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ACTG 384 at Barcelona: The Bottom Line

August 9, 2002


This article is part of The Body PRO's archive. Because it contains information that may no longer be accurate, this article should only be considered a historical document.

ACTG 384 is a large clinical trial by the U.S. Institute of Allergy and Infectious Diseases, which enrolled over 900 treatment-naive volunteers. Shortly before the Barcelona conference, one of the six different treatment regimens tested was found to be clearly better than the others. So volunteers will be told which regimen they were on, and advised on options for changing therapy when appropriate.

Letters were written to study volunteers before the conference; however, local IRB (institutional review board, intended to protect volunteers in clinical trials) for most of the study sites required that they review the letters before they could be distributed. Since the reviews had to wait for the IRB process, few volunteers received the news before the Barcelona meeting.

Two abstracts on this study were presented at late breakers at Barcelona (numbers LbOr20A and LbOr20B). These hard-to-read abstracts can be found by a search on the official conference site, probably reachable at: www.aids2002.org/Search/AbstractSearch.asp (be careful to use the Abstract Search, not the Quicklinks search confusingly placed above it); you can search for the abstract numbers.

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But what matters most is:

  1. Efavirenz plus AZT plus 3TC was a better starting regimen than the other five tested in this trial.

  2. Regimens including d4T plus ddI had more toxicity than others.

  3. There are questions about how to apply these results to treatment today (see article by Peter Ruane, M.D., at: www.medscape.com/viewarticle/438430).

Comment

  1. This is an important trial -- despite issues of whether the questions it was designed around will ever be answered, or were the best questions to ask. The comparisons between regimens do not generalize to drug classes (whether it is better to start with a protease inhibitor or an NNRTI, for example), but apply mainly to regimens chosen from those available several years ago. Still, the trial is important because it collected good-quality data after randomized treatment assignments -- data likely help in many ways to improve HIV care. We will be hearing much more from this trial over the next few years.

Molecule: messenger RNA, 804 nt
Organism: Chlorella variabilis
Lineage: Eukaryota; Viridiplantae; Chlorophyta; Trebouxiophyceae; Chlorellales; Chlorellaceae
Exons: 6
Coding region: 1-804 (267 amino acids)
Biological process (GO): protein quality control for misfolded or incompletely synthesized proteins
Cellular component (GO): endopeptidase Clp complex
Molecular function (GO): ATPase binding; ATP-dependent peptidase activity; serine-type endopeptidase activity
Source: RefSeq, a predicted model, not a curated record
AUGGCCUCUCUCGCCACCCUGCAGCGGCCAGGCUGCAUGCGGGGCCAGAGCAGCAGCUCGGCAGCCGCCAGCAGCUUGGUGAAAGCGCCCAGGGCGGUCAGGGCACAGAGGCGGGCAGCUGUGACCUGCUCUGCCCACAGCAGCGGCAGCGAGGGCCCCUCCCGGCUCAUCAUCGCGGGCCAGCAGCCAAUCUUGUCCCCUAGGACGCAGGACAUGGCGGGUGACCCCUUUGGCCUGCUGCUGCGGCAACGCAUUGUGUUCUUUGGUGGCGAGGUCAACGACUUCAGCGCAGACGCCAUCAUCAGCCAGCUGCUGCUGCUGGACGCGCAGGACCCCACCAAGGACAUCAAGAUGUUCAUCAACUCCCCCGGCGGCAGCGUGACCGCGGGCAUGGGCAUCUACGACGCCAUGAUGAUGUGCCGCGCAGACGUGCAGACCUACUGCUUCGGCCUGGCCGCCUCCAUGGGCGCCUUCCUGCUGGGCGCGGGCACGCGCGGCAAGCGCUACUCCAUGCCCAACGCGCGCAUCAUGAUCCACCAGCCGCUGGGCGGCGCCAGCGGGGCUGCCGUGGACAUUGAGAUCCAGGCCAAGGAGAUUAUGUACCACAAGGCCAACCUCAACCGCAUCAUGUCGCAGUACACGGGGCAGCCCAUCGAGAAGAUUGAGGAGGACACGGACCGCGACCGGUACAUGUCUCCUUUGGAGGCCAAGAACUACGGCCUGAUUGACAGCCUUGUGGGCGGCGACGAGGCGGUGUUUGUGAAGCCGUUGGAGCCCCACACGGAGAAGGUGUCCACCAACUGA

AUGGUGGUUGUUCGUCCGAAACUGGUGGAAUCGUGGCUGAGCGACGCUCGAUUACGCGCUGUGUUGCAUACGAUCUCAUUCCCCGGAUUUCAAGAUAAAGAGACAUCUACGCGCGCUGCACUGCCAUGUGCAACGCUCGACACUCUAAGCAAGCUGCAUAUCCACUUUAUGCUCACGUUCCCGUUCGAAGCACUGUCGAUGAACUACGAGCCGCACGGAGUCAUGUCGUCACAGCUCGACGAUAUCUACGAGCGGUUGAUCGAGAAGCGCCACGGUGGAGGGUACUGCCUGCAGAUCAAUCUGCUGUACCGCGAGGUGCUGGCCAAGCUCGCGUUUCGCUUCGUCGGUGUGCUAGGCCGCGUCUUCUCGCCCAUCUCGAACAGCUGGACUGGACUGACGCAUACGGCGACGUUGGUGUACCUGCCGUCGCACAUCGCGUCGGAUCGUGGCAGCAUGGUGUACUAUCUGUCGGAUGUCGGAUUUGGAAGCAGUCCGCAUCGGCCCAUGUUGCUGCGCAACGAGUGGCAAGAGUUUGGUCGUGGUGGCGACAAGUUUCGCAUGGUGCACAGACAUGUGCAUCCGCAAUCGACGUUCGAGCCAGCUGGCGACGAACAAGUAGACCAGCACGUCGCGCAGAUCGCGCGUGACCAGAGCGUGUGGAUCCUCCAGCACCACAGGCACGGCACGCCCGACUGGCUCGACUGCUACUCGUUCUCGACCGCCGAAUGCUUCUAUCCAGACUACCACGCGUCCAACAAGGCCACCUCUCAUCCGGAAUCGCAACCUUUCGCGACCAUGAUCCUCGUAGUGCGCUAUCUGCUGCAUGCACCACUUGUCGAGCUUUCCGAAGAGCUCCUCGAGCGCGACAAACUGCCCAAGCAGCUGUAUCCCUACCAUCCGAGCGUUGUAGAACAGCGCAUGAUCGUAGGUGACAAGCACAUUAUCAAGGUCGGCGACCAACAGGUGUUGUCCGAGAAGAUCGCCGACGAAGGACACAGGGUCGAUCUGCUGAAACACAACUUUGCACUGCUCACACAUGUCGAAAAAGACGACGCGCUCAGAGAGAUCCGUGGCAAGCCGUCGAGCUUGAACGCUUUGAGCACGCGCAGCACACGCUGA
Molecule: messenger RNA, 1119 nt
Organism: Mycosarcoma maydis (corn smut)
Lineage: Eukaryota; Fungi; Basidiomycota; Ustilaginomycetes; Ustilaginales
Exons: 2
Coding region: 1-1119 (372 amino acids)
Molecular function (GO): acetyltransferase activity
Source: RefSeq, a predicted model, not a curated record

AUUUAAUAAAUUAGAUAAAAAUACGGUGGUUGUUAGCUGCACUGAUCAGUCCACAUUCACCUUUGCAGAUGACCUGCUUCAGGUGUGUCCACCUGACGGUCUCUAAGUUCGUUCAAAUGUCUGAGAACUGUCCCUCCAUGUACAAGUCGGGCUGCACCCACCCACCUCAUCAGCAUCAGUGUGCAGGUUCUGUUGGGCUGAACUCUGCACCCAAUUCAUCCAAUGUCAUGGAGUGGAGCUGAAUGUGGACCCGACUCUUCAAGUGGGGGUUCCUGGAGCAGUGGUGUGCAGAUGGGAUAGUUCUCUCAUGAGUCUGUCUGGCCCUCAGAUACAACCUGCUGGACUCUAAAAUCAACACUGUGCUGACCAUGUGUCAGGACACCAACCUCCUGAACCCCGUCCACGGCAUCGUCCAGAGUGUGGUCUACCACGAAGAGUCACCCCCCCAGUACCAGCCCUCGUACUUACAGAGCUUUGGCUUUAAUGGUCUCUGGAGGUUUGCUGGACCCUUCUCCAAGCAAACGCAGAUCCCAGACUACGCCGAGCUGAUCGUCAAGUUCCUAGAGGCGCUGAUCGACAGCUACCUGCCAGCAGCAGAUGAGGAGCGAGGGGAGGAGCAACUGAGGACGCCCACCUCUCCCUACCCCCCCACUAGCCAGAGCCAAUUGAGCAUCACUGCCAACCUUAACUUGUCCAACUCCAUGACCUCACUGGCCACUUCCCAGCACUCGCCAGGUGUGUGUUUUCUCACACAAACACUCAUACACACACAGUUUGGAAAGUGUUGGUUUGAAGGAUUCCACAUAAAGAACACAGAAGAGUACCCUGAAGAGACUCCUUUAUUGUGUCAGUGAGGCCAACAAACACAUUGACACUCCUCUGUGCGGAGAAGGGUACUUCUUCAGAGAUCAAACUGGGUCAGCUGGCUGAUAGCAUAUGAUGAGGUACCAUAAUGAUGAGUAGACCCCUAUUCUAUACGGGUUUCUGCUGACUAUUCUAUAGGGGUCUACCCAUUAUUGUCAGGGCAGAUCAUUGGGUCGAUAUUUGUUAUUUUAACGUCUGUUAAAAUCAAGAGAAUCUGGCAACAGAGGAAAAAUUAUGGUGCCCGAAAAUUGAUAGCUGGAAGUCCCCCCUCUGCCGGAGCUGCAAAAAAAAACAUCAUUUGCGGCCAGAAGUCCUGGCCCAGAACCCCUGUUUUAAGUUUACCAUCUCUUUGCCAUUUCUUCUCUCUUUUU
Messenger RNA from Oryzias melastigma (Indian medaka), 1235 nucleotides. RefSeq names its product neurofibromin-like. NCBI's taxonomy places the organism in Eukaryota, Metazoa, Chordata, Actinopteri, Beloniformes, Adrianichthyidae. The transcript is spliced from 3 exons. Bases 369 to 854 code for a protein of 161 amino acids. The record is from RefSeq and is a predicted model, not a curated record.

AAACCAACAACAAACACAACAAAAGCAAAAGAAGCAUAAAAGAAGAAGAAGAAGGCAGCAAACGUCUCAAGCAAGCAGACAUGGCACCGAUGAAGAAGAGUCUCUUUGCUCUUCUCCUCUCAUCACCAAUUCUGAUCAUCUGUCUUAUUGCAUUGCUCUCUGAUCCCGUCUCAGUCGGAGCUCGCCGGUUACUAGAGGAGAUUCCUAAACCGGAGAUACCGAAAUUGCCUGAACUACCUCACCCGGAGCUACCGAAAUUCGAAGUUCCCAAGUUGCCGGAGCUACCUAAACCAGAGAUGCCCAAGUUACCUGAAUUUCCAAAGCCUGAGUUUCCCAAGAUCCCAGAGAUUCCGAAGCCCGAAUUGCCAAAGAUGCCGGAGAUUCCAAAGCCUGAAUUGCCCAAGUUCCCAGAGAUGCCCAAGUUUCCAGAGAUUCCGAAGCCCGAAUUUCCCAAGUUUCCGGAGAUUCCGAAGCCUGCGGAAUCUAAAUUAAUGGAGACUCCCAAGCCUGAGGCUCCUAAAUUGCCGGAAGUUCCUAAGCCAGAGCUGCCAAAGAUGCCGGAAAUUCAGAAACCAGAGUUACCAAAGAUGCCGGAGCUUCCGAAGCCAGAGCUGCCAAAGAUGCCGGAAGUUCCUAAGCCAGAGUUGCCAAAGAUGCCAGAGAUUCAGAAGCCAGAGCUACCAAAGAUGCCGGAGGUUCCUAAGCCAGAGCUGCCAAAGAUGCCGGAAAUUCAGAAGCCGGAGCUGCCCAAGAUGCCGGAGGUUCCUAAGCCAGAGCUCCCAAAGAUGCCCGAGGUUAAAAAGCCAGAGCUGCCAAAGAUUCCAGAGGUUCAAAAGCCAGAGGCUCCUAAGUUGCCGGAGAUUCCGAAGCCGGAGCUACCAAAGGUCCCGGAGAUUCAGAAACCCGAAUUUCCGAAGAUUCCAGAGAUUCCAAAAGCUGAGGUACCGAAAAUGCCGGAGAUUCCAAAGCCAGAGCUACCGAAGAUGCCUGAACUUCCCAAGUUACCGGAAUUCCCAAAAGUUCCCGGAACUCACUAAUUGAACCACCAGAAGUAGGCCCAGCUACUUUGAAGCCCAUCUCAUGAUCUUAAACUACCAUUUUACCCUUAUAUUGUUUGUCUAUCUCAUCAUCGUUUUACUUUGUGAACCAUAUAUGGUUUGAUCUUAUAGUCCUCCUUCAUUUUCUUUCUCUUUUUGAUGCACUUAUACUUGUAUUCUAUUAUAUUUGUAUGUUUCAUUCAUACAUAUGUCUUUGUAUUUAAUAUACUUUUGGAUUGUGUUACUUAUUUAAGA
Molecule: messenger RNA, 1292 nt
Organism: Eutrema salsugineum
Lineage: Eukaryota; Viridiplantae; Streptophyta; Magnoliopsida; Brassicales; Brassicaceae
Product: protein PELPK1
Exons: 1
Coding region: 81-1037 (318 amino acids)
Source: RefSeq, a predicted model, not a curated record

2. The local IRB review of the researchers' recent letter to the volunteers, which delayed its delivery to most participants, made no sense. The local IRBs will not change this letter, nor stop it from going out. So the whole exercise was empty process. We hope the current dysfunctional relationship between local and national IRBs will be part of the badly needed review of protection of volunteers in medical research. Perhaps national studies should be reviewed by national IRBs that can be trusted -- with local IRBs able to block the study initially, but not routinely involved when it is too late to make any contribution.


ISSN # 1052-4207

Copyright 2002 by John S. James. Permission granted for noncommercial reproduction, provided that our address and phone number are included if more than short quotations are used.




This article was provided by AIDS Treatment News. It is a part of the publication AIDS Treatment News.
 

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